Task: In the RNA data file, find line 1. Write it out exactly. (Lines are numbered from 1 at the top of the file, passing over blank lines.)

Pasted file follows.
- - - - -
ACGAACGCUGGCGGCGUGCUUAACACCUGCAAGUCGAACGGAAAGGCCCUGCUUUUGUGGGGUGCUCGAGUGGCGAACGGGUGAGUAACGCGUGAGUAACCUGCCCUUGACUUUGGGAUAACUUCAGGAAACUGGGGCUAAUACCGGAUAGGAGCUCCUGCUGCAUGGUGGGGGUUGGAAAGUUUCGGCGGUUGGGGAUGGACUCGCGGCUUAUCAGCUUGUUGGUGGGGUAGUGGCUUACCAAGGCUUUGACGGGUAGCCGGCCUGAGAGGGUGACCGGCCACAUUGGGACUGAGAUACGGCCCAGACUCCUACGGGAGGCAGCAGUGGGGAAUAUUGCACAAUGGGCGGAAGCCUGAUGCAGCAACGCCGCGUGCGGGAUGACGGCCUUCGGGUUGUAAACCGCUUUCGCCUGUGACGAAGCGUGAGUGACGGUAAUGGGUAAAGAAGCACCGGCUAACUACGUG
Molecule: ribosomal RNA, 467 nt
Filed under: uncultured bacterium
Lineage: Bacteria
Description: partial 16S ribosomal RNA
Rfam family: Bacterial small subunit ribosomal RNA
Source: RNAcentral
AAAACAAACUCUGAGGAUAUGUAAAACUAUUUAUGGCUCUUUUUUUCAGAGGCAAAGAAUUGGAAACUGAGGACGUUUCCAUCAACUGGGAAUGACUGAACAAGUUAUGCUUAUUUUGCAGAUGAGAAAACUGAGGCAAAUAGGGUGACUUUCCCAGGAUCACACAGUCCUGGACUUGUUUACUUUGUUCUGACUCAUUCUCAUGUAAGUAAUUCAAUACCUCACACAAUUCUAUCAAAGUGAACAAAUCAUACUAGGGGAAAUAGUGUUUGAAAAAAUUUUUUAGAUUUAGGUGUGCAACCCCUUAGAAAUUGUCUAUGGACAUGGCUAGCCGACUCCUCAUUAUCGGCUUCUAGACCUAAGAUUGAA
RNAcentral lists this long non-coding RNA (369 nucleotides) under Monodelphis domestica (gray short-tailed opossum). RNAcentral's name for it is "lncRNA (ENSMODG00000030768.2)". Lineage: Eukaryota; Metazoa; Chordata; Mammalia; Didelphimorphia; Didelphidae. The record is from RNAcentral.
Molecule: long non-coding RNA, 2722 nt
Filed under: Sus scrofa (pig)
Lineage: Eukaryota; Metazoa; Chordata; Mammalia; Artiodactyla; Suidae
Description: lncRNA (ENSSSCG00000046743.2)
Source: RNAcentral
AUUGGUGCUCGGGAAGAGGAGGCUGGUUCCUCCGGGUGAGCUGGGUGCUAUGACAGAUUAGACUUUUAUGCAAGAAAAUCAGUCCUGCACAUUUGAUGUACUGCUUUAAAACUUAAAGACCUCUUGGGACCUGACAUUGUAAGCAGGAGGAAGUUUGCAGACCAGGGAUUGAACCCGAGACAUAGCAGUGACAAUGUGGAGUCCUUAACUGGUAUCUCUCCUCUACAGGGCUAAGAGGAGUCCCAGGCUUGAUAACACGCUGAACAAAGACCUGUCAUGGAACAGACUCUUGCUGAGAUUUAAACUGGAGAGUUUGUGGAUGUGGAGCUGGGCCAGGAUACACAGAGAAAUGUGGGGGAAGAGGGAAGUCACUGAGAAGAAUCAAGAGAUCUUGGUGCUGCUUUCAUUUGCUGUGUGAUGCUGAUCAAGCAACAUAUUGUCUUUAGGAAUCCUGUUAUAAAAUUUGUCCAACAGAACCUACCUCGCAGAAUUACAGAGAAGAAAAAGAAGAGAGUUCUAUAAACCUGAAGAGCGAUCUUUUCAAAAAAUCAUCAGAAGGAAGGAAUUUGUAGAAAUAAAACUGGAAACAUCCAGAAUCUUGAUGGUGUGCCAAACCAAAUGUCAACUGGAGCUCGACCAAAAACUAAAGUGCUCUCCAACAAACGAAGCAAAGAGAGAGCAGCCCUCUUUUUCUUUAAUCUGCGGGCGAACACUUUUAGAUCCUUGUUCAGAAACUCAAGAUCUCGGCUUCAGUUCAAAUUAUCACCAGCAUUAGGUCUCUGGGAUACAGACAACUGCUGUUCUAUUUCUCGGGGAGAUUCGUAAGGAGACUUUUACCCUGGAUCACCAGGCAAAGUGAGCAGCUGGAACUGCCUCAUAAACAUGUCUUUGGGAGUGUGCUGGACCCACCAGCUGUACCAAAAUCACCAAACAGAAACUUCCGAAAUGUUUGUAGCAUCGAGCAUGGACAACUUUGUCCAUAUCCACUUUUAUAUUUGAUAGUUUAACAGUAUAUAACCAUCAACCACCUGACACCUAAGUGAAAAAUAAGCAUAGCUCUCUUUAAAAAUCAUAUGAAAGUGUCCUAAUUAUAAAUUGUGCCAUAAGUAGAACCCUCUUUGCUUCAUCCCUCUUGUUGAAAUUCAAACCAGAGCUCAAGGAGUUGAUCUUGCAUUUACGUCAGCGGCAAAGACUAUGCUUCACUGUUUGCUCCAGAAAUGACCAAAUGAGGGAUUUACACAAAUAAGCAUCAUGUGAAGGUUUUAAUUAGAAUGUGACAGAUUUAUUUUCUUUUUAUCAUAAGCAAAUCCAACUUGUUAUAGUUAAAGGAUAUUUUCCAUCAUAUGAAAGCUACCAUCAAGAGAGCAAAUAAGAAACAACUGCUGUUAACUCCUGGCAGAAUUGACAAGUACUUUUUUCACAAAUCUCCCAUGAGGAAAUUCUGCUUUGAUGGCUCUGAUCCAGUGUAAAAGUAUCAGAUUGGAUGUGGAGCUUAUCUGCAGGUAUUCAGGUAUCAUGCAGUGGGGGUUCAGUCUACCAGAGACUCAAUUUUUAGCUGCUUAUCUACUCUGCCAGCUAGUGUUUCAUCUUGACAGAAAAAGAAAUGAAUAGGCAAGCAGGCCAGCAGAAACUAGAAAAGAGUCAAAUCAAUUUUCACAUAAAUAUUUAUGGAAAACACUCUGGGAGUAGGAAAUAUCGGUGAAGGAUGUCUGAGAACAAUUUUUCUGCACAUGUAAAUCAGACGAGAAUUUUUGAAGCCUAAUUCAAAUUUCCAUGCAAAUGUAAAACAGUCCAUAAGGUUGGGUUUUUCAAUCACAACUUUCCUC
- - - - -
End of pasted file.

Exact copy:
ACGAACGCUGGCGGCGUGCUUAACACCUGCAAGUCGAACGGAAAGGCCCUGCUUUUGUGGGGUGCUCGAGUGGCGAACGGGUGAGUAACGCGUGAGUAACCUGCCCUUGACUUUGGGAUAACUUCAGGAAACUGGGGCUAAUACCGGAUAGGAGCUCCUGCUGCAUGGUGGGGGUUGGAAAGUUUCGGCGGUUGGGGAUGGACUCGCGGCUUAUCAGCUUGUUGGUGGGGUAGUGGCUUACCAAGGCUUUGACGGGUAGCCGGCCUGAGAGGGUGACCGGCCACAUUGGGACUGAGAUACGGCCCAGACUCCUACGGGAGGCAGCAGUGGGGAAUAUUGCACAAUGGGCGGAAGCCUGAUGCAGCAACGCCGCGUGCGGGAUGACGGCCUUCGGGUUGUAAACCGCUUUCGCCUGUGACGAAGCGUGAGUGACGGUAAUGGGUAAAGAAGCACCGGCUAACUACGUG